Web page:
Since lockdown took place, Johnson-Foster has been working on her therapy sessions and keeping in contact with her patients and students at home through video and voice calls. 

“I love the fact that we’re still able to provide these services to students professionally from the comfort of our own home because now we have to be safe,” she said. “There has been an increase of individuals wanting therapy due to the current state of the world.”

Since working from home, Johnson-Foster has found more time for her patients, allowing her to open additional slots. “I can see clients as early as 8-9 in the morning and as late as 8-9 in the evening,” she said.

All of Johnson-Foster’s caseload is African-American men and women. “I’m happy to see more people,” she said. “Black people especially are really seeking therapy to address their mental health struggles because it’s okay, there’s no judgment there. We really have to get away from the stigma to say ‘hey, it’s okay I have a therapist’ and I’ve wanted therapy because it helps.”

Johnson-Foster uses social media to destigmatize therapy. She is not afraid to say that she too has had a therapist for the past year and a half. “For me, it’s nothing to be ashamed of and it shouldn’t be anything anyone else should be ashamed for because we’re human, and we don’t always have it all together,” she said. 

Shortage of Black therapists challenging

Johnson-Foster also expresses the lack of resources and culturally competent therapists, especially for people of color. 

According to the American Psychological Association, there aren’t enough Black therapists and only 4 percent of psychologists are Black.

Johnson-Foster’s writing process varied throughout the development of the book, as she would write  on and off to regain fresh ideas to help her capture symptoms that Black women experience that we don’t commonly hear about. 

On the top of the page you will find “what you may experience” revealing symptoms that contribute to anxiety, followed by a positive quote written by Johnson-Foster herself. On the bottom of the page, coping skills are introduced to help address and control the symptoms you are presently experiencing.

The most challenging part of writing the book was Johnson-Foster wanting to be the most authentic self she could be for her readers. She didn’t want to include any online-based information.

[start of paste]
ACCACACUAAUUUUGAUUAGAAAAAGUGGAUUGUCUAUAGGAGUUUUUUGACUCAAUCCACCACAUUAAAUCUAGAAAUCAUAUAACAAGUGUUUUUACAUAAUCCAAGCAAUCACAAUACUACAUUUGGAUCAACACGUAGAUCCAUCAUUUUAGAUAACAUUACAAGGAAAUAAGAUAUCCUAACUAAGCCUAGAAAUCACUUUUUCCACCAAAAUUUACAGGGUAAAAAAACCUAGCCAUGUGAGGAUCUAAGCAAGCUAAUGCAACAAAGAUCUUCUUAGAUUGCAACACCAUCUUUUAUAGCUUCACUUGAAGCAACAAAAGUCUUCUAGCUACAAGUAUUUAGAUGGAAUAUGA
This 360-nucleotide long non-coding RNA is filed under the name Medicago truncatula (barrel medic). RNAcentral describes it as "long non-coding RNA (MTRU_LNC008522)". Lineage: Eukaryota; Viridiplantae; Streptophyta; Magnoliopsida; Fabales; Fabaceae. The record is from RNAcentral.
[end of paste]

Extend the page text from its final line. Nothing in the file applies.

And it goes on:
When designing her front cover, Johnson-Foster explains she wanted people to relate to it when spotting it on the bookshelves. She loves affirmations and incorporated three statements into the afro of the Black woman’s hair, “I am worthy! I am able! I am strong!”  Johnson-Foster believes repeating affirmations will help her readers to act upon these statements, helping to rebuild their esteem. 

“The book empowers black women because it has a huge focus on making yourself a priority and self aware about what’s happening with your body, both physically and mentally,” she said. 

Johnson-Foster discusses coping mechanisms that can be introduced for Black men and women, such as “be in the present moment to deal with what’s happening with the world on a daily basis. It’s taking it moment by moment because you just don’t know what tomorrow will bring because that’s future focused. What happened yesterday because that’s the past, it’s all about what’s happening for you, and your family in this present moment,” she said

Johnson-Foster expresses her love for her job being a therapist and being able to help people navigate their own mental struggles. “I’m constantly learning as a therapist myself. There are times where I learn from my clients and I am open to that. There are a lot of times that they learn from me and that is the best part of my job,” she said.

Her book, I Got This! 30 Day Tips for Black Women with Anxiety or Depression is available to purchase at Barnes & Noble or Amazon. It retails for $15.